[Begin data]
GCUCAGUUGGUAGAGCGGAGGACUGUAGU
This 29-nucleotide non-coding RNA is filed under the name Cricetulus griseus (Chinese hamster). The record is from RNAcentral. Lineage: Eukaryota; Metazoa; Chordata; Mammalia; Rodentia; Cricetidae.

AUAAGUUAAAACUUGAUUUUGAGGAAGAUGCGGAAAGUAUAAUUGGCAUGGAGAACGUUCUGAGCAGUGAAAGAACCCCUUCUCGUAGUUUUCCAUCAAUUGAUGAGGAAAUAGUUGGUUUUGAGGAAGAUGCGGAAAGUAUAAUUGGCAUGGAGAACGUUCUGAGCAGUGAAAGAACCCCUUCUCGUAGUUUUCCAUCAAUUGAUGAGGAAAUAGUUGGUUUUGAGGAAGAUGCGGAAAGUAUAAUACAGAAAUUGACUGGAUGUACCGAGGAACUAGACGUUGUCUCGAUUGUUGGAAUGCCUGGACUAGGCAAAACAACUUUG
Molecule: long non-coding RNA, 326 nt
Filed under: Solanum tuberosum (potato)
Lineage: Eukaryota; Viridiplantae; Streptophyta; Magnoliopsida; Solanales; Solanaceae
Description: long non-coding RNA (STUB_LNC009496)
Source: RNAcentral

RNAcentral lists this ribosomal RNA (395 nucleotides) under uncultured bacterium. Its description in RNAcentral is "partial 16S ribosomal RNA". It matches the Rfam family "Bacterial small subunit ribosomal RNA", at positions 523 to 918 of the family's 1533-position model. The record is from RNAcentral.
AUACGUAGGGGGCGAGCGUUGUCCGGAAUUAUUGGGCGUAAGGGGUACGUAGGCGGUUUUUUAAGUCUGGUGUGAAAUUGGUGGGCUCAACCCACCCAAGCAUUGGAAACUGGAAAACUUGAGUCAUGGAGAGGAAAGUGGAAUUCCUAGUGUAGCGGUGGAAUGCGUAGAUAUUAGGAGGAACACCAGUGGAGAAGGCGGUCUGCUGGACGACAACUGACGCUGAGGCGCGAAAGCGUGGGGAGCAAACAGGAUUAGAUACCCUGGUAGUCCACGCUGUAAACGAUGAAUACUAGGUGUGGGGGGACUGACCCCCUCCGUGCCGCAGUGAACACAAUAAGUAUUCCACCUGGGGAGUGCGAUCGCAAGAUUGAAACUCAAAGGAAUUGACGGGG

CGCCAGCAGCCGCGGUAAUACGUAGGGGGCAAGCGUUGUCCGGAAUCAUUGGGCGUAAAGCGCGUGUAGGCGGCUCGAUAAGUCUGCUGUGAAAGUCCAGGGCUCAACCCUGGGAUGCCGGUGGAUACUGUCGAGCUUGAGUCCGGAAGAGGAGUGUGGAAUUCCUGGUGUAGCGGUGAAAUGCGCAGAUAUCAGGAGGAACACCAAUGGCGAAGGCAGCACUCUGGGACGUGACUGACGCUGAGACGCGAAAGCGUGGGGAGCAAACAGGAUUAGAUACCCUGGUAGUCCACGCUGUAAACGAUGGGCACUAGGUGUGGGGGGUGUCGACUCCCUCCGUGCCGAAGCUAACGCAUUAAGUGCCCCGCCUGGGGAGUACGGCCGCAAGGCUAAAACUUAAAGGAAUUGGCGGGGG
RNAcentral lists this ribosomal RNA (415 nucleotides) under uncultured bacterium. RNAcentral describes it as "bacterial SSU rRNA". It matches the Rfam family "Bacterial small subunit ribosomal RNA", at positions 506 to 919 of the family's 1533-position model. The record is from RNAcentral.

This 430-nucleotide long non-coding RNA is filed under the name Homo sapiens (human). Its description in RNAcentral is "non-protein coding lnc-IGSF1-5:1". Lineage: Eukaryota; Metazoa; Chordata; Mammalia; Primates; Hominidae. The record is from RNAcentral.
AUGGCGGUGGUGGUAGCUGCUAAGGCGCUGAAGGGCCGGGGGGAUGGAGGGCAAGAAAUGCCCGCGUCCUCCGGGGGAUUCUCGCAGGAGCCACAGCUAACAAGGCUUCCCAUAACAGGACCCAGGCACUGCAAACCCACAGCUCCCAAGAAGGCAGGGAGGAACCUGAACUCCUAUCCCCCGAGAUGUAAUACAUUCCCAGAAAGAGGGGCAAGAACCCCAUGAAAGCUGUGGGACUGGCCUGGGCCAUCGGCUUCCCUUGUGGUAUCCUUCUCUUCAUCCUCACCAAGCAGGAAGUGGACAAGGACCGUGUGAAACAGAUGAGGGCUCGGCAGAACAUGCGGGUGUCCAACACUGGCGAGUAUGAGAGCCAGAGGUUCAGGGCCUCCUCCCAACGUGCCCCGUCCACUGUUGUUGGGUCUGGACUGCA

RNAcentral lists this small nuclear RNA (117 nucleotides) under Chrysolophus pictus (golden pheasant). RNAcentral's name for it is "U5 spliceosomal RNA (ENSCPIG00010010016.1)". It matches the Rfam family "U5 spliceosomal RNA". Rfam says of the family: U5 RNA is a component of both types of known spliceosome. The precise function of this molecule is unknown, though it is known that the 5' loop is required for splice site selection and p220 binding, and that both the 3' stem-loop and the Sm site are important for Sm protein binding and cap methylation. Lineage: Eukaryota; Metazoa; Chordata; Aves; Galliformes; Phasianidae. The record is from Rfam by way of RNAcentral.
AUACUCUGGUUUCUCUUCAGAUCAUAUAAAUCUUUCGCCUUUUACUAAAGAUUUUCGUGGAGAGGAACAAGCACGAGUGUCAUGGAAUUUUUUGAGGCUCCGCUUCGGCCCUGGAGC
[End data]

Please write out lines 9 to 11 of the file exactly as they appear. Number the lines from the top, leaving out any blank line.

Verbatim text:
RNAcentral lists this ribosomal RNA (395 nucleotides) under uncultured bacterium. Its description in RNAcentral is "partial 16S ribosomal RNA". It matches the Rfam family "Bacterial small subunit ribosomal RNA", at positions 523 to 918 of the family's 1533-position model. The record is from RNAcentral.
AUACGUAGGGGGCGAGCGUUGUCCGGAAUUAUUGGGCGUAAGGGGUACGUAGGCGGUUUUUUAAGUCUGGUGUGAAAUUGGUGGGCUCAACCCACCCAAGCAUUGGAAACUGGAAAACUUGAGUCAUGGAGAGGAAAGUGGAAUUCCUAGUGUAGCGGUGGAAUGCGUAGAUAUUAGGAGGAACACCAGUGGAGAAGGCGGUCUGCUGGACGACAACUGACGCUGAGGCGCGAAAGCGUGGGGAGCAAACAGGAUUAGAUACCCUGGUAGUCCACGCUGUAAACGAUGAAUACUAGGUGUGGGGGGACUGACCCCCUCCGUGCCGCAGUGAACACAAUAAGUAUUCCACCUGGGGAGUGCGAUCGCAAGAUUGAAACUCAAAGGAAUUGACGGGG

CGCCAGCAGCCGCGGUAAUACGUAGGGGGCAAGCGUUGUCCGGAAUCAUUGGGCGUAAAGCGCGUGUAGGCGGCUCGAUAAGUCUGCUGUGAAAGUCCAGGGCUCAACCCUGGGAUGCCGGUGGAUACUGUCGAGCUUGAGUCCGGAAGAGGAGUGUGGAAUUCCUGGUGUAGCGGUGAAAUGCGCAGAUAUCAGGAGGAACACCAAUGGCGAAGGCAGCACUCUGGGACGUGACUGACGCUGAGACGCGAAAGCGUGGGGAGCAAACAGGAUUAGAUACCCUGGUAGUCCACGCUGUAAACGAUGGGCACUAGGUGUGGGGGGUGUCGACUCCCUCCGUGCCGAAGCUAACGCAUUAAGUGCCCCGCCUGGGGAGUACGGCCGCAAGGCUAAAACUUAAAGGAAUUGGCGGGGG